Trump’s public statements betray the effect of his extended hiatus from North American society. In a Republican candidates’ debate in March 2016, he listed Japan as one of the countries where the U.S. is “getting absolutely crushed on trade.” That hasn’t been true since before Bill Clinton was president. In his inaugural address, he painted an apocalyptic portrait of the United States — where “crime and gangs and drugs . . . have stolen too many lives and robbed our country of so much unrealized potential” — even though crime today is much lower, in most jurisdictions and by most measures, than in 1990, or even in 2005.

These outbursts are worth the effort to understand because their author is now, at least on paper, the most powerful man in the world. They are best understood as the musings of an emissary from another era. Donald Trump is in effect a time traveller from the late 1980s, when crime in American cities was at record-high levels, racial tension was rampant, Japanese billionaires were buying up much of Manhattan and a much younger Donald Trump was building the collection of gold-plated safe houses in which he would hide for the next three decades, subsisting on well-done steaks, taco bowls and the time-clock adulation of lackeys and hirelings.

Wells goes on to compare Trump to a character in Tom Wolfe’s Bonfire of the Vanities, but the point is clear enough without the analogy.

Thoughts on Electoral Reform, and the Abandonment Thereof

The government has abandoned its promise of electoral reform, and a lot of people — including many of my friends — are hopping mad about it.

I have some (likely unpopular) thoughts on this.

1. Trudeau promised an end to first-past-the-post electoral system. He did not promise proportional representation. They’re not equivalent.

2. Every party’s position on electoral reform reflects their narrow self-interest, not just the Liberals’. The Greens and NDP would stand to benefit from PR, the Liberals from ranked/preferential ballots, the Conservatives from the status quo. Any change will benefit one or more parties at the expense of the others.

3. This was never going to work except by general consensus among the political parties. But because any electoral reform would reward some parties and punish others (see #2), such consensus would be difficult if not impossible to achieve. Any party left out of that consensus would litigate the hell out of it, work to undermine its legitimacy and campaign against it in any referendum that followed.

4. The polls I’ve seen (e.g., this one) suggest that

(a) a majority of the population supports some kind of electoral reform;

(b) mixed-member proportional representation is the most popular electoral reform option; BUT

(c) a plurality of poll respondents preferred the status quo — first-past-the-post — over any single electoral reform option.

5. It’s a logical fallacy to assume that support for some kind of reform translates to support for this particular reform. Again: they’re not equivalent. Proponents of ranked/preferential ballots will not necessarily prefer PR over the status quo. (I support ranked ballots but have strong reservations about PR: you better believe I’d support the status quo over PR.)

6. Canadians appear to be strongly in favour of a referendum on any major change to the electoral system. I predict that if put to a referendum, any electoral reform proposal — any proposal — would be defeated. Because absent a general consensus, there will be too many people campaigning against it: the parties that stand to lose from it, people who prefer a different kind of electoral reform, and people who actually like first-past-the-post voting. In other words, lots of reasons to say no: there’s a reason referenda on electoral reform at the provincial level have always failed.

(This is leaving aside the legitimacy questions that would inevitably arise from low voter turnout or a narrow result.)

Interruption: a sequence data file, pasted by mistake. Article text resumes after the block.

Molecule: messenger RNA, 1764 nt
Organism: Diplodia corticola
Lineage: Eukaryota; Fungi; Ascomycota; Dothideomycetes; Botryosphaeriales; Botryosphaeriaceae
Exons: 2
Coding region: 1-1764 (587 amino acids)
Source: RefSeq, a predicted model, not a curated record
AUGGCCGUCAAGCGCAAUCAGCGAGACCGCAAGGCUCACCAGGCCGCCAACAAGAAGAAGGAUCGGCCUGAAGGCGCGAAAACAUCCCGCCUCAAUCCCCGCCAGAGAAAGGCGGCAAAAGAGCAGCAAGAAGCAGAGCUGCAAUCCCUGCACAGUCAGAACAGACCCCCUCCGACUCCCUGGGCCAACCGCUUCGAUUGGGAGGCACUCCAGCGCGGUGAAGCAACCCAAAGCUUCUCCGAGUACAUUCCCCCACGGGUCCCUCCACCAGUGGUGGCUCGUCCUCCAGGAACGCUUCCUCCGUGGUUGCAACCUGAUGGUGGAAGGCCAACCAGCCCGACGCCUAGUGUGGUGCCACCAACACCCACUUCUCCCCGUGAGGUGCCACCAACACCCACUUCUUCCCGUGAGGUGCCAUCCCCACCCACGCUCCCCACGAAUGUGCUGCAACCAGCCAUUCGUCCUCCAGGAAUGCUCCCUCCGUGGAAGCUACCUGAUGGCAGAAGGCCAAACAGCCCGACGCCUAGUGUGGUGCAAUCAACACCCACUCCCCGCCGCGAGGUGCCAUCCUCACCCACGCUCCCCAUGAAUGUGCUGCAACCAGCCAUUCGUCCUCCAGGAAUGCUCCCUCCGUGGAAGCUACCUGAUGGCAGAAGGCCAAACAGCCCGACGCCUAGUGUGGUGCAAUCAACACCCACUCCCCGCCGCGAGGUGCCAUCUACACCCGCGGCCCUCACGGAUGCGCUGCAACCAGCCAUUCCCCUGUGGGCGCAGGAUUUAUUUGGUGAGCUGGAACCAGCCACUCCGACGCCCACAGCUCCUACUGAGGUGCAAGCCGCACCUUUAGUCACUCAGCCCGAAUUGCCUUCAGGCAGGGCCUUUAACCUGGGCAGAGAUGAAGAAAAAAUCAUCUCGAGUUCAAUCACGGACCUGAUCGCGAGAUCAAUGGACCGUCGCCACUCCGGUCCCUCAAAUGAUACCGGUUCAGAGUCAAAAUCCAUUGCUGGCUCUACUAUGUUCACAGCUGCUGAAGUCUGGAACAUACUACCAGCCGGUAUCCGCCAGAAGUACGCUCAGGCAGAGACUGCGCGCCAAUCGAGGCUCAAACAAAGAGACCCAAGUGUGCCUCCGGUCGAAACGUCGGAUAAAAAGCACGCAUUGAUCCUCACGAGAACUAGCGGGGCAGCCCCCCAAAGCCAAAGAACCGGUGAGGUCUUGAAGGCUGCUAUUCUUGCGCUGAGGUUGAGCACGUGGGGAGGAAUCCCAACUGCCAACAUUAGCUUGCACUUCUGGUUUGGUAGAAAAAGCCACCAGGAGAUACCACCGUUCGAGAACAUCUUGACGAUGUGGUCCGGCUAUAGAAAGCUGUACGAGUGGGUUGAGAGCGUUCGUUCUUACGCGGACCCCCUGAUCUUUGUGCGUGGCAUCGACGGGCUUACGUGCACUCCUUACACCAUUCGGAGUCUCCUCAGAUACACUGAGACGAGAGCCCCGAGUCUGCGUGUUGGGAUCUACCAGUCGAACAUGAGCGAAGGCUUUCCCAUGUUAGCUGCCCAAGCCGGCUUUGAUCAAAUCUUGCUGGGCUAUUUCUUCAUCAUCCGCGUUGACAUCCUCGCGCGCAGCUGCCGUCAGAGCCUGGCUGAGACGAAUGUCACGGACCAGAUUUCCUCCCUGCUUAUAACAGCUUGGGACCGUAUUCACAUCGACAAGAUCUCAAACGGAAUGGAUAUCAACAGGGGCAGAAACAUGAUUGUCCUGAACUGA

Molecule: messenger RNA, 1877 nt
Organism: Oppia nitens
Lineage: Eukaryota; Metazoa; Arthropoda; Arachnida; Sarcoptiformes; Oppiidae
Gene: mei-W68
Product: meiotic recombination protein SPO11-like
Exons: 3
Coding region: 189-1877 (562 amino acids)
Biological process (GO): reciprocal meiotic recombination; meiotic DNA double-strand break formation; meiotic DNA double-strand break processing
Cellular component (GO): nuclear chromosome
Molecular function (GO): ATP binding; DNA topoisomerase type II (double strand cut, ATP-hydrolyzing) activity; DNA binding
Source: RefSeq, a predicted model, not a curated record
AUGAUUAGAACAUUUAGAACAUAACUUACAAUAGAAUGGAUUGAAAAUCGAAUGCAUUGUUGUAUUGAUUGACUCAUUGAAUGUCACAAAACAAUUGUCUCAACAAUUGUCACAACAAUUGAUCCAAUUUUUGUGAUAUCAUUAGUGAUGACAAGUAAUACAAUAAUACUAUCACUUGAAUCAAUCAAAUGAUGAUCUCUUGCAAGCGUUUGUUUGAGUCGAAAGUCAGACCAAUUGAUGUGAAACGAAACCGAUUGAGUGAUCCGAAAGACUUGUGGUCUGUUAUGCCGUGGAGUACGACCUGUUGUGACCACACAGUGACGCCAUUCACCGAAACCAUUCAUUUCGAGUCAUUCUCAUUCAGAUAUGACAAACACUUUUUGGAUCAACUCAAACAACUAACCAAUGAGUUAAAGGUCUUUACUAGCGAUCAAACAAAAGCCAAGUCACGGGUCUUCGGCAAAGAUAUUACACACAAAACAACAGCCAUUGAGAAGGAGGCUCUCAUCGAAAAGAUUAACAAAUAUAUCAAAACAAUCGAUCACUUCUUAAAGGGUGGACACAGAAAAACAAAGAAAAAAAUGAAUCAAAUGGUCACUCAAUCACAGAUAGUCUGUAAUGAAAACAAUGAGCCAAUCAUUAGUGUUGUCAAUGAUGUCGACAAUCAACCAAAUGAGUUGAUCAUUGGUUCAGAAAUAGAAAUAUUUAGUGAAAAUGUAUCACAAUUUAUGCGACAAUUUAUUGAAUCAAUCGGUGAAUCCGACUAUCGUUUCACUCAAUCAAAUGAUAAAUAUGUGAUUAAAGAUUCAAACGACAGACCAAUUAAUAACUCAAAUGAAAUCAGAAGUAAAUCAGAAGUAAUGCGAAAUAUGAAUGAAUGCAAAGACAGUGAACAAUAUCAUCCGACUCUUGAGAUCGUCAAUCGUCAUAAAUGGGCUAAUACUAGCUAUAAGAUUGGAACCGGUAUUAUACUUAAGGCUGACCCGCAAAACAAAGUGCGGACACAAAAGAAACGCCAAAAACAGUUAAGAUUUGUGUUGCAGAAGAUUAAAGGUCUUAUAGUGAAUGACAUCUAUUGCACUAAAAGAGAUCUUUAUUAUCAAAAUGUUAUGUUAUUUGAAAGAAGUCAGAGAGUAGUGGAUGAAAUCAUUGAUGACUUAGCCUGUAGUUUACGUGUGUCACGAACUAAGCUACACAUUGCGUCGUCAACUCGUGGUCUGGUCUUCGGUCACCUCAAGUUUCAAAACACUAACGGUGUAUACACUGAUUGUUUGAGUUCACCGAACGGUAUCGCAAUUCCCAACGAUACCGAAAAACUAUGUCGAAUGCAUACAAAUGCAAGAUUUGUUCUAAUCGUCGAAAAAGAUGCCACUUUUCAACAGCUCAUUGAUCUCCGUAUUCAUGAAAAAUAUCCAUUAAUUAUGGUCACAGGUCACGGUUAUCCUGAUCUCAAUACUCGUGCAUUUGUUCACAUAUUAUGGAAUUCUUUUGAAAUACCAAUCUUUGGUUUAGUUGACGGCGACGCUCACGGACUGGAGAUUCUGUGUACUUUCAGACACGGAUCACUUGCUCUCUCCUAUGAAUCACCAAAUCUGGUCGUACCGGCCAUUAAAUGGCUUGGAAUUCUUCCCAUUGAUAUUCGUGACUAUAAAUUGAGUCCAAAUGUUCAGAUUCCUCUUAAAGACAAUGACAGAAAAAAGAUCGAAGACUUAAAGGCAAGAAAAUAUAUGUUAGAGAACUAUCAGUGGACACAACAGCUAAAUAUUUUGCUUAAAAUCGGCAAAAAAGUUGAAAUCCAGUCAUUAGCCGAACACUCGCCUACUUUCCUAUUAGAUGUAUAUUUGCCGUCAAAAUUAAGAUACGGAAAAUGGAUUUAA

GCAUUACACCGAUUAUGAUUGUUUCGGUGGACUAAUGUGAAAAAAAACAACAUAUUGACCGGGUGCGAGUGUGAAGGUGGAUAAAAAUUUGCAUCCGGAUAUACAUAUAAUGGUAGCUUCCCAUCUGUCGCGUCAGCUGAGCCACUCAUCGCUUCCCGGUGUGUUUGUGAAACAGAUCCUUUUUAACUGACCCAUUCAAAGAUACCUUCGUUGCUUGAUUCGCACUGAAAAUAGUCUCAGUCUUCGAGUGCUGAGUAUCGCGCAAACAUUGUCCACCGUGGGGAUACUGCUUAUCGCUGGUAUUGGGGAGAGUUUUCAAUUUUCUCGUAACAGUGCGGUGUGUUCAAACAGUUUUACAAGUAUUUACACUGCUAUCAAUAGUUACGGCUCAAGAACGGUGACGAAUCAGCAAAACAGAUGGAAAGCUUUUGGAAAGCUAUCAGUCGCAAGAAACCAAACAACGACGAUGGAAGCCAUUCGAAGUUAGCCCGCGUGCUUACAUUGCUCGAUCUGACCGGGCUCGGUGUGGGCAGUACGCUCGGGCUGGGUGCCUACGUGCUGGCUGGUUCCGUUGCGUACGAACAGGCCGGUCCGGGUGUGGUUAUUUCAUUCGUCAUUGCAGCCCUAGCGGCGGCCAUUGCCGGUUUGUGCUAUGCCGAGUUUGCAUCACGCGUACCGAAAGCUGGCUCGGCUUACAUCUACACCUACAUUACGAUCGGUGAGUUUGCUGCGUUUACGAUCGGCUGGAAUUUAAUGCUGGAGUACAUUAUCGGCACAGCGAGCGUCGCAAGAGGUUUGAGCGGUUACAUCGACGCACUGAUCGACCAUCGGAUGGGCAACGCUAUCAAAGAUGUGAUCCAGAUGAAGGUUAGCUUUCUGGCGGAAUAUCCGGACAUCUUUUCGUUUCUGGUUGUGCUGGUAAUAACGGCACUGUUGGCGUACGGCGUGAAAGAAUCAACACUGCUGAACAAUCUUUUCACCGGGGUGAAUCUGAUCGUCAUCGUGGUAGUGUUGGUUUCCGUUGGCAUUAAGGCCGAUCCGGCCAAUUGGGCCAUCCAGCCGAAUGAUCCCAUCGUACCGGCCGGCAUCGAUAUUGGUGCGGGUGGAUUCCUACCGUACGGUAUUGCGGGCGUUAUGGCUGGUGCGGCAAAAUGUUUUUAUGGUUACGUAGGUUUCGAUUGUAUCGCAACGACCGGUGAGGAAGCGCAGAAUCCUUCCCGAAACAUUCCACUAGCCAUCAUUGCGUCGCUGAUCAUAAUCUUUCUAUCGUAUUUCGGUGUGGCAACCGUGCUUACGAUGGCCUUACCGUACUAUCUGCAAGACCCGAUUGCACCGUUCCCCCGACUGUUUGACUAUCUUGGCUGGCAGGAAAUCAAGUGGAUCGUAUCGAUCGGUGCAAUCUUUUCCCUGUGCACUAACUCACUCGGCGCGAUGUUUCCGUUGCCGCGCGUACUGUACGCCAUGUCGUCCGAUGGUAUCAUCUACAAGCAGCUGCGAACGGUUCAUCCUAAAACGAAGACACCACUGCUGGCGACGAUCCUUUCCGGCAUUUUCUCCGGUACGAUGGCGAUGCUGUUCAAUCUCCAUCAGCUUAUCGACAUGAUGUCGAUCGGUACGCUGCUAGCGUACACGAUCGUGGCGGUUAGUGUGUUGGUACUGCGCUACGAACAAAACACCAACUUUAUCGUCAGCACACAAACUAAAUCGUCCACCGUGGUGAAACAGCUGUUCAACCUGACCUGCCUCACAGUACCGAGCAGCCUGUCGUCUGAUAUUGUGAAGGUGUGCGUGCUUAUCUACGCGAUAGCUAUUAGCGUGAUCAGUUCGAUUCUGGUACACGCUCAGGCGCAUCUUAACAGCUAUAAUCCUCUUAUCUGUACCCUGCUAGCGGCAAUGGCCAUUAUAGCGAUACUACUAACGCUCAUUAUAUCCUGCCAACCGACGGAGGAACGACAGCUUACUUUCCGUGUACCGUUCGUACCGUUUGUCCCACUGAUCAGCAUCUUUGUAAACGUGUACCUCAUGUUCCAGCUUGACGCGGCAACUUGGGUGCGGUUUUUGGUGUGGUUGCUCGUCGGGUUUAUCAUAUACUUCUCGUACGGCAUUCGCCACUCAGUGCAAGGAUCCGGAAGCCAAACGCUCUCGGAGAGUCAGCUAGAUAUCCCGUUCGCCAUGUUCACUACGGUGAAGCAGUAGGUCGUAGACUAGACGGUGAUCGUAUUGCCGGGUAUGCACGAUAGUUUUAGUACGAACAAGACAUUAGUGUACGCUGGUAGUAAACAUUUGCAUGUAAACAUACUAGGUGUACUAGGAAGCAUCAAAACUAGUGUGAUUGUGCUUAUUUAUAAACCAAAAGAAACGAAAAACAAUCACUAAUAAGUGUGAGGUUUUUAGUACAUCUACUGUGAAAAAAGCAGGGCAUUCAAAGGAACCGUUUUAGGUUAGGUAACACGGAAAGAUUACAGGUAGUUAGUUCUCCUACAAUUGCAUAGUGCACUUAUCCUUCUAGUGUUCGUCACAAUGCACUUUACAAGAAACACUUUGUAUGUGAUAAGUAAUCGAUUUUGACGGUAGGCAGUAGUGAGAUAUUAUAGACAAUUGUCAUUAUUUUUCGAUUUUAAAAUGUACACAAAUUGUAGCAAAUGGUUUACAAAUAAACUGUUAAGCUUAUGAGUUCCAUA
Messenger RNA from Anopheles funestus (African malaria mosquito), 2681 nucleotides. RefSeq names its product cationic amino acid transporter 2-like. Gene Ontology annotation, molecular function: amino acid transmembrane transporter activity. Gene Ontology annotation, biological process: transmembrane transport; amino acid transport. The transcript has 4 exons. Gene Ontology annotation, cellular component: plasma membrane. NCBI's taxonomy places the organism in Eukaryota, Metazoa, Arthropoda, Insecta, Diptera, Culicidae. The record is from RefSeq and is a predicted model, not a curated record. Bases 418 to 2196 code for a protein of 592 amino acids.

I don’t blame Trudeau for giving up; under the current circumstances, this wasn’t going anywhere. And it’s now clear that the Liberals’ heart wasn’t really in it.

For this to work, literally everybody needs to be on board — needs to agree that (a) the system needs fixing and (b) this is the right fix. We aren’t there yet. We may never be — especially not if electoral reform is seen by some as a way of changing the rules for someone else’s benefit.

Postscript: I’ve talked about electoral reform before. My blog posts from the earlier iteration of this website are collected on this page.

Party Databases and Privacy

I’ve been concerned about the privacy implications of party databases for some time now: political parties are exempt from privacy legislation like PIPEDA, and as far as I’m aware there are no real limits on what data they can collect on voters and how it can be used. As Susan Delacourt notes on iPolitics,

because political parties are neither entirely private nor public institutions, they fall into a grey area when it comes to privacy protection — and those databases, as the outgoing Chief Electoral Officer put it, are operating in the “Wild West” of privacy laws.

The lack of a firewall between party and government bothers me even more: contacting your MP, which is something every engaged citizen ought to do, is a good way to get your details entered into a party database, and during my ministerial correspondence years I handled a number of letters forwarded by the Harper PMO to our department for a response that were tagged with the Conservatives’ party database, CIMS.

But now it looks like party databases are finally getting some overdue scrutiny, with a House of Commons committee set to explore whether there should be rules on how parties collect and use data.

It’ll be interesting to see what comes of it. At a minimum, I’d like it if I had the right to see exactly what data the political parties keep on me. That ought to go some way toward keeping the parties in line.

How the Pontiac MRC Voted in 2015

More than 14 months after the election is hardly the definition of timely, and it’ll be a few years before the next one, but I suddenly remembered that I meant to look at the poll-by-poll results for my electoral district, Pontiac, and see how much the vote in my particular sector — the Pontiac MRC (municipalité régionale de comté, roughly equivalent to a county) — differed from the electoral district as a whole.

Read More

Gene Sharp’s Pragmatic Nonviolence

In last week’s post about opposing the Trump administration (which kind of went viral, much to my surprise), I mentioned Gene Sharp, who, as I said, literally wrote the book — or rather, books — on nonviolent resistance. In a piece profiling Sharp that appeared on the Scientific American blog network last November, John Horgan noted something that’s very important about Sharp’s point of view: his nonviolence isn’t born out of principle; it’s pragmatic. Violence, “even in the service of a just cause, often causes more problems than it solves, leading to greater injustice and suffering. Hence the best way to oppose an unjust regime is through nonviolent action.” Sharp doesn’t advocates nonviolence because it’s kinder, gentler, more compassionate or otherwise better; he advocates it because it works. (Photo: Albert Einstein Institution)

Page 1 of 3

Powered by WordPress & Theme by Anders Norén